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Gender inequality in ICT is unknown quantity in Africa

Gender inequality within Africa’s ICT industry is exacerbated by the issue of low-level sex-disaggregate ICT data, which means the gender gap is not measured or recognised.

ITWeb reported this week that the continent has among the lowest levels of gender-specific data globally, according to the Sex-Disaggregated ICT Data in Africa report released by Equals Research Coalition.

The coalition is co-founded by the International Telecommunications Union and partners, and is comprised of stakeholders committed to promoting digital gender equality.

The publication quotes from the report, which states there is a need for better data collection across the continent, as many African countries currently lack surveys to collect sex-disaggregated ICT data.

The research points out that one-fifth of all African countries with data cannot construct a time series of sex-disaggregated ICT data for any indicator, “limiting the ability to track changes in digital access, skills, or leadership over time”.

However, there are numerous market research studies that emphasise factors that contribute to the ongoing problem of gender inequality and/or under-representation within ICT.

In August last year, ITWeb Africa reported that according to research compiled for the South African Institute of International Affairs (among others): “Studies show that in specific female-dominated industries, technology will reduce jobs. The other misgiving in Africa is that the 4IR, like its antecedents, will further entrench gender inequalities. This is based on the observation that most women are unlikely to benefit from technological advances, as they do not possess the skills to compete in the emerging knowledge economy.”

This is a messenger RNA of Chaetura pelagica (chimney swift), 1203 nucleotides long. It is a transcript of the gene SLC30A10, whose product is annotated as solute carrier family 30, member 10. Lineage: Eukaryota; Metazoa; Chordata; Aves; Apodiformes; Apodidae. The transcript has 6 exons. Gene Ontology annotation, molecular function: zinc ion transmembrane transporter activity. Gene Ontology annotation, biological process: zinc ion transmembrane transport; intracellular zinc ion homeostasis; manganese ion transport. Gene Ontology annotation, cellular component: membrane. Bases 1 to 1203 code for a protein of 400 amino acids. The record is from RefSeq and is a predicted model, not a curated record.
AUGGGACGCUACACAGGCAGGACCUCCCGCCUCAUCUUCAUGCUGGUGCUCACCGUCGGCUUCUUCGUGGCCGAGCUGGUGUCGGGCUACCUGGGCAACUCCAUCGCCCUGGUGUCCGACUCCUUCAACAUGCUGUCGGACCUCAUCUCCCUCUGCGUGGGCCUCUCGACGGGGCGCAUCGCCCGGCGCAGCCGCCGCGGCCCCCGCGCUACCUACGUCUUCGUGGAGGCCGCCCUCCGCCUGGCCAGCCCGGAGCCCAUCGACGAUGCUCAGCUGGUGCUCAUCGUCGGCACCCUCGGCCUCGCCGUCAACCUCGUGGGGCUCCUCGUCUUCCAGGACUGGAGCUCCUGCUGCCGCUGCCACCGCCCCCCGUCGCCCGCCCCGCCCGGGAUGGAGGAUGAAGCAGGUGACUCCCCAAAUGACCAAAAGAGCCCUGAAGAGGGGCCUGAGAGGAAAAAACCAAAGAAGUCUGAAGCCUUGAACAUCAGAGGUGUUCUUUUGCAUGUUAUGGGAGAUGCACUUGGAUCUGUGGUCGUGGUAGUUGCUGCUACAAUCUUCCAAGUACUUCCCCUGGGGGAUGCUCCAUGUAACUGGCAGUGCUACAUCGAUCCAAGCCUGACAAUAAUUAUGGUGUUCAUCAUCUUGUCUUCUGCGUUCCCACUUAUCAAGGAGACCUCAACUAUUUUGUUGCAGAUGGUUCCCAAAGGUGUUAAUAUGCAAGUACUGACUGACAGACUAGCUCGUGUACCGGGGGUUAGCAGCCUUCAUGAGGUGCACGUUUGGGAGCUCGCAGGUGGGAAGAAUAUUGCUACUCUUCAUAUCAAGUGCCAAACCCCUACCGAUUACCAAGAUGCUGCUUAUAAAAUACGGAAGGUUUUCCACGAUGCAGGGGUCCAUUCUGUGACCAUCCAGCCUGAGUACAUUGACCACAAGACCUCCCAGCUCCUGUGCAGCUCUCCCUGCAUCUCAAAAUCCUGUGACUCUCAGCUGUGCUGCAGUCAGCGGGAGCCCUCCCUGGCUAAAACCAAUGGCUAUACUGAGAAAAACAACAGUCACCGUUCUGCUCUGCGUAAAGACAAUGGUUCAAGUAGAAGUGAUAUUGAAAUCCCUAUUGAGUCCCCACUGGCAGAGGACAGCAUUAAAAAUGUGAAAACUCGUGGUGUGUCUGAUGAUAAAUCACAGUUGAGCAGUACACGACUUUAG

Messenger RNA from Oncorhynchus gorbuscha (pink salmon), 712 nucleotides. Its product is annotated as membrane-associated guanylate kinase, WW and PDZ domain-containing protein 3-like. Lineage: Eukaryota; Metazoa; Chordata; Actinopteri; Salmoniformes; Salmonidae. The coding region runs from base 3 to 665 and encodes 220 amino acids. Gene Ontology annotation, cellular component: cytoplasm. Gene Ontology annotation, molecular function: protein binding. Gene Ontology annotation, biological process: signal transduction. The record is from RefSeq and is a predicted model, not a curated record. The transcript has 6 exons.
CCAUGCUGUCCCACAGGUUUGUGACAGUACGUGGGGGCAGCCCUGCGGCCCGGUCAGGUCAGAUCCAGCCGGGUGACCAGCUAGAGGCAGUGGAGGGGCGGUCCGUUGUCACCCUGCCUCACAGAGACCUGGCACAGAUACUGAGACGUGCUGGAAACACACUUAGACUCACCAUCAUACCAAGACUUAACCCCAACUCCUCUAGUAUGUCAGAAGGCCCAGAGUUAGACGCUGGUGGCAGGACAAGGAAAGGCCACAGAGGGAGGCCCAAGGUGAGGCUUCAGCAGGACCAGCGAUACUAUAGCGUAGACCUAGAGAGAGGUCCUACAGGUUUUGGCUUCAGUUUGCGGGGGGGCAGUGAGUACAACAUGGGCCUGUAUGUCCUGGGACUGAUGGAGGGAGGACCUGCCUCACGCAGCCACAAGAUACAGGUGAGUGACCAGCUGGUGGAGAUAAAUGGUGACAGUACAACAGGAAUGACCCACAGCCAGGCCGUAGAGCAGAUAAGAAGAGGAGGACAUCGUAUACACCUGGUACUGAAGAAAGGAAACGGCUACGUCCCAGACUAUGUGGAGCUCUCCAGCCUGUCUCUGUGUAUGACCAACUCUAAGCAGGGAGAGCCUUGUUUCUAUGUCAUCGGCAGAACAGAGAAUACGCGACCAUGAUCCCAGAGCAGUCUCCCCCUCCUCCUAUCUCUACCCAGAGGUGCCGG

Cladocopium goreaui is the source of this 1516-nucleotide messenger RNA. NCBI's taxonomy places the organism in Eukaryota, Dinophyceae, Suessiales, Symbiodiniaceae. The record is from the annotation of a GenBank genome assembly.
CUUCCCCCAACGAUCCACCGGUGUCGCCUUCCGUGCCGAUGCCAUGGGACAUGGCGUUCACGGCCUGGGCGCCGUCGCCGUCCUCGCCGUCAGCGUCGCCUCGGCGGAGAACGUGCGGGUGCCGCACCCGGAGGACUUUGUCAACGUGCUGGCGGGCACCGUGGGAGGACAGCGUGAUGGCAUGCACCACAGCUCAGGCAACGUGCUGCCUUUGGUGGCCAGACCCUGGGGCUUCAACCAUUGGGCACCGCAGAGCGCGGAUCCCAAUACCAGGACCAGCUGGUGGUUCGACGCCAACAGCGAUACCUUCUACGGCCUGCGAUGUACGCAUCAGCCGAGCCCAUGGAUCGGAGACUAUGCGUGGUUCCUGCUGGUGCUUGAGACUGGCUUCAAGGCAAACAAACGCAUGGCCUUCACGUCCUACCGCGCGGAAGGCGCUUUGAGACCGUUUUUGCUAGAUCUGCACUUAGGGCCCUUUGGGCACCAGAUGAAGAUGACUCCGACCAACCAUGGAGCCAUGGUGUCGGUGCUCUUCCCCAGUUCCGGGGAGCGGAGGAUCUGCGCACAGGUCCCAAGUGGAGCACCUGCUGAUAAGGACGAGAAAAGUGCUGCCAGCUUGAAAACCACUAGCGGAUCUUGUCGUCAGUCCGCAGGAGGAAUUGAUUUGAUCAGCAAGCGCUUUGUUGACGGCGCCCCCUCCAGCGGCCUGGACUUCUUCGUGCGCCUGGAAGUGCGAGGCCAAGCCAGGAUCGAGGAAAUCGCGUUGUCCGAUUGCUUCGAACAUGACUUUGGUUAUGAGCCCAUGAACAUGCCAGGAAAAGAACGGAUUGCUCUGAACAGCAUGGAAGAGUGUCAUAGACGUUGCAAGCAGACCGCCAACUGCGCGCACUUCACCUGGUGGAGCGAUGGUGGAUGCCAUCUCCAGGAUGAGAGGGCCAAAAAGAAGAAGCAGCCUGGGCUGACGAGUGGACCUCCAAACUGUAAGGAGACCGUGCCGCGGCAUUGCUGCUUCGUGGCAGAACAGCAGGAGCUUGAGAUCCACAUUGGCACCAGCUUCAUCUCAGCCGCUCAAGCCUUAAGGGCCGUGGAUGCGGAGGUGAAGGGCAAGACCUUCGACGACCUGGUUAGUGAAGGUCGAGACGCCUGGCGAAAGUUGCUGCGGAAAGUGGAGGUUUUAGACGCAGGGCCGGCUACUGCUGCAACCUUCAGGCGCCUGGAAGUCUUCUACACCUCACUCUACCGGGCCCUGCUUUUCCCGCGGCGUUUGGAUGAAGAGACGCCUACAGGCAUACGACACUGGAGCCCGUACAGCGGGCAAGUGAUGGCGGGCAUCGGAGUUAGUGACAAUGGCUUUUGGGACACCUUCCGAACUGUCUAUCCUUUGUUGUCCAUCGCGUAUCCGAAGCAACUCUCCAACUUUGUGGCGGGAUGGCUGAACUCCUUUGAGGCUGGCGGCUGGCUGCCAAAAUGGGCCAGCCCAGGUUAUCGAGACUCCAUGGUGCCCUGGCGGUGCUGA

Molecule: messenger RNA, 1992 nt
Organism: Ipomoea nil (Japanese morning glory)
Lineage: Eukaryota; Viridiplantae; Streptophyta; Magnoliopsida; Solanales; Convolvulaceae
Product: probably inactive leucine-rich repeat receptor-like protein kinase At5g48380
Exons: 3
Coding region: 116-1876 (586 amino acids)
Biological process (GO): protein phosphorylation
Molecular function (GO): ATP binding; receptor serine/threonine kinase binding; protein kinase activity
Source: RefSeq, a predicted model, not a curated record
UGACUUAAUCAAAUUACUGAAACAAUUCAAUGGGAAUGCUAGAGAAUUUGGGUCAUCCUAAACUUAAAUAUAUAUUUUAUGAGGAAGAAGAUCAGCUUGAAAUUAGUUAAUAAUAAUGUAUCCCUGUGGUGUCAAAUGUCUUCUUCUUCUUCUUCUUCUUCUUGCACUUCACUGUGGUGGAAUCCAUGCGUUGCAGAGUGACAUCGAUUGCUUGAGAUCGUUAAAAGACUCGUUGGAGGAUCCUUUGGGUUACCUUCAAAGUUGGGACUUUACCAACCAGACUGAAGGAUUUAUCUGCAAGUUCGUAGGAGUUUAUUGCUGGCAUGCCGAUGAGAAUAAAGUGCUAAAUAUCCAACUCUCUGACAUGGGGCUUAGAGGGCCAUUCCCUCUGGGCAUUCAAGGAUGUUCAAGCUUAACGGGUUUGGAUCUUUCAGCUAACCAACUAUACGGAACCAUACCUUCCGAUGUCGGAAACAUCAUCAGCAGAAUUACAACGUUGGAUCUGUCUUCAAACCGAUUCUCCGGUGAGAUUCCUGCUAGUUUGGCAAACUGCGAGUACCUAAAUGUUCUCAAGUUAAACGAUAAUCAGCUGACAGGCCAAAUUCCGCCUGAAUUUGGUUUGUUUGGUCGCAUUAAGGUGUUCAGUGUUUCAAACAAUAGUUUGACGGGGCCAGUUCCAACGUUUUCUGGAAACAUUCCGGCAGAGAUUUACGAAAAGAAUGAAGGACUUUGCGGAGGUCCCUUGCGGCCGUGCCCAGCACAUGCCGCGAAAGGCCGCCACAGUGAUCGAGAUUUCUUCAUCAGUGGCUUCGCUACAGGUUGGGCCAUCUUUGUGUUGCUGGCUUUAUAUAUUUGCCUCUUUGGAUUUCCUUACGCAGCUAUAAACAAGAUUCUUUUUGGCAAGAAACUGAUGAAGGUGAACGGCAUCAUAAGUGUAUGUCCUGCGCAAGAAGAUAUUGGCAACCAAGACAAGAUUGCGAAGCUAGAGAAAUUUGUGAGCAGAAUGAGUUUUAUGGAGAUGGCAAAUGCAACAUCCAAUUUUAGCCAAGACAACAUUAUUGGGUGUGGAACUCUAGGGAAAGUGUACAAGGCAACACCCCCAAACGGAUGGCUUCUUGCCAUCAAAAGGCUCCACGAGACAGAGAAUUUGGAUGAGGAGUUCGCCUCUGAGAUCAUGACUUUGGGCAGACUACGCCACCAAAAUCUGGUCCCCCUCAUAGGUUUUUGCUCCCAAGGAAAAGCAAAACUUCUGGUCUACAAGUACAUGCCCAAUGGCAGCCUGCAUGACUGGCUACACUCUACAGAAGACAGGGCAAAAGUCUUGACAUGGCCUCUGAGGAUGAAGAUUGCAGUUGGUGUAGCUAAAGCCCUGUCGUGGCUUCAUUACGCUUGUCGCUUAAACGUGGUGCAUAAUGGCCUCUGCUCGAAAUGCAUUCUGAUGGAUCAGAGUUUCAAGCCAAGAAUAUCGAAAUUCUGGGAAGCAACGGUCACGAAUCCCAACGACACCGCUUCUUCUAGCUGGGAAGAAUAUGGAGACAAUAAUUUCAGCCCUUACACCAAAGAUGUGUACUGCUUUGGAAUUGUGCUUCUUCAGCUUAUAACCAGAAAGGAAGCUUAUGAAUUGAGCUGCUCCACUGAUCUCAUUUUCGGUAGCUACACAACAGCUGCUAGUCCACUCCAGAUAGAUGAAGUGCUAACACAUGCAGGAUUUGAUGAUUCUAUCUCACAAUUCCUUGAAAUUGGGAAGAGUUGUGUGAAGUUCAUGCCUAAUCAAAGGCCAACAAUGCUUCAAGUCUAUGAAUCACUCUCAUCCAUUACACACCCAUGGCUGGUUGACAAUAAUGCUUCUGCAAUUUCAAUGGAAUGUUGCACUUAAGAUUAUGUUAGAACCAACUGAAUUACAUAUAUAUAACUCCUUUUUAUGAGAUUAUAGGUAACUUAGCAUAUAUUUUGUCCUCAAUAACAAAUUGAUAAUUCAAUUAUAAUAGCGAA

Melissa Jantjies, Business Solutions Manager: Advanced Analytics and Artificial Intelligence for SAS in South Africa, is quoted as saying: “Another concern lies in automation in productive sectors in Africa, where women’s employment is particularly at risk.”

Jantjies believes that to achieve the approximated 40-year reduction in time towards true gender equality and inclusive economic transformation, there needs to be far more collective focus from governments, educational institutions and private sectors on twin goals.

“The first must be on collaborative special programmes aimed at encouraging more young girls and women to pursue their education and career in science, technology, engineering and mathematics (STEM) fields. Women have a vital role to play in leadership – in all tiers of society – and in contributing to development and socio-economic transformation of Africa’s economies. Yet, they are still significantly under-represented in higher education in STEM,” says Jantjies.

FinTech challenge

In early 2021, ITWeb Africa reported that according to market research in the form of the Payment System Design and the Financial Inclusion Gender Gap report, low-end phones and lack of payment interoperability exclude more women than men in terms of access to finance systems, despite widespread payment technology.

According to the research, women are 20% more likely than men to own smartphones in low- and middle-income countries.

“We recommend updating the principles to support low-end devices with a principle that states: All primary functions should be accessible to users with inexpensive basic/feature phones − typically enabled through USSD interfaces on such devices,” the report stated.

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